This article was originally published by Mennonite World Review

In bombing, MCC Nigeria sees signs of peace

When Mugu Zakka Bako arrived at the scene of twin bomb blasts May 20 at a busy market in Jos, Nigeria, he saw more than the destruction, billowing smoke, injured people and charred remains.

MCC Nigeria peace coordinator Mugu Zakka Bako speaks at a meeting for Emergency Preparedness Response Teams in Barkin Ladi, Nigeria. Bako and EPRT volunteers were at the scene of the recent bombing in Jos, ready to address signs of violence. — Dave Klassen/MCC
MCC Nigeria peace coordinator Mugu Zakka Bako speaks at a meeting for Emergency Preparedness Response Teams in Barkin Ladi, Nigeria. Bako and EPRT volunteers were at the scene of the recent bombing in Jos, ready to address signs of violence. — Dave Klassen/MCC

Bako saw Muslims and Christians working shoulder to shoulder, helping to rescue people from the debris. They consoled and talked with each other — a reality that would not have happened in the past, said Bako, peace coordinator for Mennonite Central Committee Nigeria.

“If not for the peace work that has been taking place in Plateau State [Jos is its capital] over the last number of years, this kind of incident could easily have erupted into religious violence,” said Matthew Tangbuin, MCC Nigeria program adviser and business manager.

Tangbuin was referring to intensive peacebuilding work that many groups in Jos, including MCC’s partners, are doing to diffuse violence and encourage connections between Muslims and Christians. MCC has supported the work of its Christian and Muslim partners by providing peacebuilding training and supporting their efforts to stop religious and ethnic violence during the past 12 years.

Plateau State lies between Nigeria’s largely Muslim north and Christian south and is, therefore, home to diverse religious and ethnic groups. The attack on May 20, which killed 122 people, was the first large-scale incident of violence in Jos during the past two years.

MCC staff and its partners are safe, although several witnessed the explosion. Others were close enough for debris to fall on them outside the MCC office, which is about 650 yards from the explosion. Many people connected with MCC knew someone killed or injured in the blasts, some spending hours searching through charred bodies to find loved ones. Seven volunteers working for MCC’s partner, Faith Alive Clinic, were killed or are presumed dead.

Avoiding reprisals

Although no group has claimed responsibility for the attacks, people in Jos commonly attribute it to Boko Haram. This group of Islamist militants, who oppose education for girls and other Western influences, got worldwide attention in April after abducting more than 270 schoolgirls in northeast Nigeria.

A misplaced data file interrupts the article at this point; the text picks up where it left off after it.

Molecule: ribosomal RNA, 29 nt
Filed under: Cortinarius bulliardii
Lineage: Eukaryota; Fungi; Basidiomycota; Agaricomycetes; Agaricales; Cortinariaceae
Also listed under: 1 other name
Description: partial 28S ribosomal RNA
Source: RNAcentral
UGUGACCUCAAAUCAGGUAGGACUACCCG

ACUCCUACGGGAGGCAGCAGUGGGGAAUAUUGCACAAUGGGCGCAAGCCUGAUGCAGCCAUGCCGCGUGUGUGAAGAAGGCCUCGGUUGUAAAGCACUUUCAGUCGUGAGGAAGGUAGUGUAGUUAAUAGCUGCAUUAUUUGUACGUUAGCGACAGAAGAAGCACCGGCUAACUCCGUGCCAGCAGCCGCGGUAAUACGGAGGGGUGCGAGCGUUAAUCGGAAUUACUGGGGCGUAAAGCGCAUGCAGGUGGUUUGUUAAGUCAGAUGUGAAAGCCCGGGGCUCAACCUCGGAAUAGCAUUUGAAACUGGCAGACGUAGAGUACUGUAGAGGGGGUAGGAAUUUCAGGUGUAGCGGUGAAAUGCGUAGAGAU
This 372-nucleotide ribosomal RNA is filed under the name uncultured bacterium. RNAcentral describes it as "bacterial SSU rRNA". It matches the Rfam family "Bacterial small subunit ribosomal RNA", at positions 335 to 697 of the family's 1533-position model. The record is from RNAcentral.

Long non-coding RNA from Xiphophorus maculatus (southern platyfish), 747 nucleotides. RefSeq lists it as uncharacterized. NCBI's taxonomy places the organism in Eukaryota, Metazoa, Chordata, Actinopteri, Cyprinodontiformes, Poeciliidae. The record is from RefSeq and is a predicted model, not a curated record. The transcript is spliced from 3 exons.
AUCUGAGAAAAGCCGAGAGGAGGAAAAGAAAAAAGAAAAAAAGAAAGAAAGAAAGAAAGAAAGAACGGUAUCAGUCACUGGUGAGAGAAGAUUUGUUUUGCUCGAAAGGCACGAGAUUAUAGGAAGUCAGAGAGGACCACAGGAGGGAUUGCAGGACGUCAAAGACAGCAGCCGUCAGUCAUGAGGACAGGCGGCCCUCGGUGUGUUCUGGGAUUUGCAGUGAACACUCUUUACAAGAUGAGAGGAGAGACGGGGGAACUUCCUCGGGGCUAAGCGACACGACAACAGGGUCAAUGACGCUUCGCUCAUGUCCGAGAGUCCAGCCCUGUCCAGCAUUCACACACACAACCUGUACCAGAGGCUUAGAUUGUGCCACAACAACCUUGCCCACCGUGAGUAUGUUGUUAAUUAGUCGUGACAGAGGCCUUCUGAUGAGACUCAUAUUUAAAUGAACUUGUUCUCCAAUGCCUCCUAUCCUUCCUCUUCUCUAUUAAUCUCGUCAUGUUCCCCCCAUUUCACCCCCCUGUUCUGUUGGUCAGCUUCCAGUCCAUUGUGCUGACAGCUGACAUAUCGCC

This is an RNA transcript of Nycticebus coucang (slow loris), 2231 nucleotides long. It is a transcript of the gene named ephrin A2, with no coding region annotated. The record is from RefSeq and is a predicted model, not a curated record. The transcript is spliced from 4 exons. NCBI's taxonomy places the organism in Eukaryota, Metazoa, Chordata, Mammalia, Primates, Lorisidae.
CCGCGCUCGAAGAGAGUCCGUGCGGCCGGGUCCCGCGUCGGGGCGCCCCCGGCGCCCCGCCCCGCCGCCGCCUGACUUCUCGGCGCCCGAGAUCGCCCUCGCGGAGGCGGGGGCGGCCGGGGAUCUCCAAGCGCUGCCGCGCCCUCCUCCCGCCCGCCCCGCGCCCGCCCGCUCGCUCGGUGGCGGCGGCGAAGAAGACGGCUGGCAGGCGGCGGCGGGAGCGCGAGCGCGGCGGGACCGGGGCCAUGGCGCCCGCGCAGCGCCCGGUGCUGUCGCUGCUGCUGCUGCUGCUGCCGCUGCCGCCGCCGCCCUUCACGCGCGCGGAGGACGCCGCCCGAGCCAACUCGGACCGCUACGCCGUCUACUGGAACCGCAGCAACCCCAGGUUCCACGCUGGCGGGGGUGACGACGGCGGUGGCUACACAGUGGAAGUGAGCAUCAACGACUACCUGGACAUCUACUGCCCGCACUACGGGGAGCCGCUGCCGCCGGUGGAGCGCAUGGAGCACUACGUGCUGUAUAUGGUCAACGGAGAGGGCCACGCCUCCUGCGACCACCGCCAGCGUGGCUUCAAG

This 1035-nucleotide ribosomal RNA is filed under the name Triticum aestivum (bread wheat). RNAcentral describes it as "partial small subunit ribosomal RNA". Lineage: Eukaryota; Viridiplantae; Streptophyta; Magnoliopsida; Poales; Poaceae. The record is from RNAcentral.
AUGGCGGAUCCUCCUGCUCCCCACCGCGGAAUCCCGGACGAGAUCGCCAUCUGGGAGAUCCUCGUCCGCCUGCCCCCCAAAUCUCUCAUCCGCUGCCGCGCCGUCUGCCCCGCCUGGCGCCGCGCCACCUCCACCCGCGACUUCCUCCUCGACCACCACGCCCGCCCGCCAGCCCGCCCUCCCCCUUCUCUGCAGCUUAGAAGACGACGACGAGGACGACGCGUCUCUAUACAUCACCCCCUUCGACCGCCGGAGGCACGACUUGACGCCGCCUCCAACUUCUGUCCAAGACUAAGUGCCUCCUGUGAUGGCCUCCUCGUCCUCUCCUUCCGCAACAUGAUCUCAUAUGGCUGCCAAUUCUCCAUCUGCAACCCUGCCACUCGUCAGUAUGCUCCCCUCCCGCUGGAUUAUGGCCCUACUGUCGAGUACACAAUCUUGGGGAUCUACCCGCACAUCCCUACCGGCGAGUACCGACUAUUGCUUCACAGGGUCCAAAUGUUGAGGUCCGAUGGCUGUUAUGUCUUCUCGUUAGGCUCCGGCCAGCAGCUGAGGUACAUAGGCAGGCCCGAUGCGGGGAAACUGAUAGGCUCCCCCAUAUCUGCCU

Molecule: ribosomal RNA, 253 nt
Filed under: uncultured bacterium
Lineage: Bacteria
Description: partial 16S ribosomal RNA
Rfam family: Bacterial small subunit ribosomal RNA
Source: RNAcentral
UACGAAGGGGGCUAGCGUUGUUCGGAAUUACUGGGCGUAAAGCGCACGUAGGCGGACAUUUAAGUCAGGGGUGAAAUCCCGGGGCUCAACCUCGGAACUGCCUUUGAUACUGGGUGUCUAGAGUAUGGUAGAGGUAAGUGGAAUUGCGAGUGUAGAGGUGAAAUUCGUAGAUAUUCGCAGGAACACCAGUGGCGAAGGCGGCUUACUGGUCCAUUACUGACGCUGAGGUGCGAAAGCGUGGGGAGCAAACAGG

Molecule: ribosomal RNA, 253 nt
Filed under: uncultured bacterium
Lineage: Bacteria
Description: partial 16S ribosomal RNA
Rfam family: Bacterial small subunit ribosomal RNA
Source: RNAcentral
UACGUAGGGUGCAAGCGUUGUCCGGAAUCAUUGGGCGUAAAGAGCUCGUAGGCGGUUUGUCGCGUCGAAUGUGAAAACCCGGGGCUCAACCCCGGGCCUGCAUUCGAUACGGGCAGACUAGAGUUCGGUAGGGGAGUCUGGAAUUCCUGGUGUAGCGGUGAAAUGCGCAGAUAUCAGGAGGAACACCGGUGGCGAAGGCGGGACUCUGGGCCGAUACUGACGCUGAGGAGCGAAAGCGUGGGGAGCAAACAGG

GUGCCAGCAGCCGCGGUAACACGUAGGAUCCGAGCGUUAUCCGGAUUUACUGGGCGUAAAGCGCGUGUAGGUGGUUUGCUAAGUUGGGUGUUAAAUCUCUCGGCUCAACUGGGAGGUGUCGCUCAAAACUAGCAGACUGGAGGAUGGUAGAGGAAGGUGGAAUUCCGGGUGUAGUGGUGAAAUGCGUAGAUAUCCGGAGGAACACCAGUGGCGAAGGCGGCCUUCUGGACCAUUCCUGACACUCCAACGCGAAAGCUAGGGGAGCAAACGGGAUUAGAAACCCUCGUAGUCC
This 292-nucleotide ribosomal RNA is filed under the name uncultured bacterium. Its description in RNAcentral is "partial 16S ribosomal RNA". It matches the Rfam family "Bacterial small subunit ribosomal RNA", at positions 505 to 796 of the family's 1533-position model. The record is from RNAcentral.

For the past 20 years, however, the periodic violence that plagued Plateau State was not commonly tied to Boko Haram but to a complex set of factors based on the way people polarize religious and ethnic groups to advance their political purposes in Nigeria, said Mary Lou Klas­sen, peace theology teacher from Kitchener, Ont.

“Over the years, reprisal attacks were an expected response to events such as yesterday’s bomb blast,” Bako said. “Whenever there was an attack in a particular place, people from other areas started killing innocent ones without verifying the cause of the conflicts.”

If the attack would have happened just three years ago, he said May 20, “the whole city would have been in flames for the rest of the days of this week, and there would be bloodshed everywhere.”

United against violence

The response to the bombings could be attributed to a variety of reasons, said Dave Klassen, MCC representative in Nigeria, from Kitchener, Ont.

“People have a united front against Boko Haram,” he said. This could have unified Christians and Muslims in response to this attack. People are tired of the violence, he said, which may make them more determined to work for peace and more open to listening to their friends who discourage a violent response.

One of MCC’s largest partners, Emergency Preparedness Response Teams, has created a web of volunteers across Plateau State trained to recognize growing tensions and diffuse them.

“The volunteers jump into conflict situations, either to resolve differences or to contain the conflict that is often charged with religion or ethnicity and can spread like wildfire,” Klassen said.

Each of the 17 local governments in Plateau State has 15 volunteers who are mediators or peacebuilders in their communities. At the bombings on May 20, Emergency Preparedness Response Teams volunteers were there, many in official capacity as first responders, Klassen said. Even as they worked to save lives or direct traffic, they were alert for signs of follow-up violence.

Behind the scenes

MCC’s peacebuilding work has been a priority in Nigeria since 2001. Primarily, MCC works behind the scenes, training and accompanying people who work for peace. In the past 12 years, MCC has sent more than 35 Nigerians to the monthlong African Peacebuilding Institute in Zambia or the West Africa Peacebuilding Institute in Ghana. There they learn about topics such as conflict prevention, trauma healing, restorative justice and advocacy.

“Many have come back dramatically transformed,” Klassen said. He sees them at work for other organizations, where they strengthen connections between Christians and Muslims.

No one can draw a definitive line between the peacebuilding work of many organizations, including MCC partners, and the lack of violence after the bombings, Klassen said. Yet the peaceful response is hopeful for Nigerian peacemakers.

Linda Espenshade

Linda Espenshade is Mennonite Central Committee U.S. news coordinator.

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